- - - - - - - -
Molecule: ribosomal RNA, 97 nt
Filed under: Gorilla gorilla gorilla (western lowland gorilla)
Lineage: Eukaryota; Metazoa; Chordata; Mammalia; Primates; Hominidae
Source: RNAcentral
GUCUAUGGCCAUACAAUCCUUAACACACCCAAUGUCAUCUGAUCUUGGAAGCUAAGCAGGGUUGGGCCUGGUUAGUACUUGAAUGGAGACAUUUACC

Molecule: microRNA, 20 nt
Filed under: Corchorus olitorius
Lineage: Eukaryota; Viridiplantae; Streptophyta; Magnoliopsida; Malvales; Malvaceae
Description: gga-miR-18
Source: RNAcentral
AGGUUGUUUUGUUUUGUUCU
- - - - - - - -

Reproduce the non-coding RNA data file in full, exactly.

Molecule: ribosomal RNA, 97 nt
Filed under: Gorilla gorilla gorilla (western lowland gorilla)
Lineage: Eukaryota; Metazoa; Chordata; Mammalia; Primates; Hominidae
Source: RNAcentral
GUCUAUGGCCAUACAAUCCUUAACACACCCAAUGUCAUCUGAUCUUGGAAGCUAAGCAGGGUUGGGCCUGGUUAGUACUUGAAUGGAGACAUUUACC

Molecule: microRNA, 20 nt
Filed under: Corchorus olitorius
Lineage: Eukaryota; Viridiplantae; Streptophyta; Magnoliopsida; Malvales; Malvaceae
Description: gga-miR-18
Source: RNAcentral
AGGUUGUUUUGUUUUGUUCU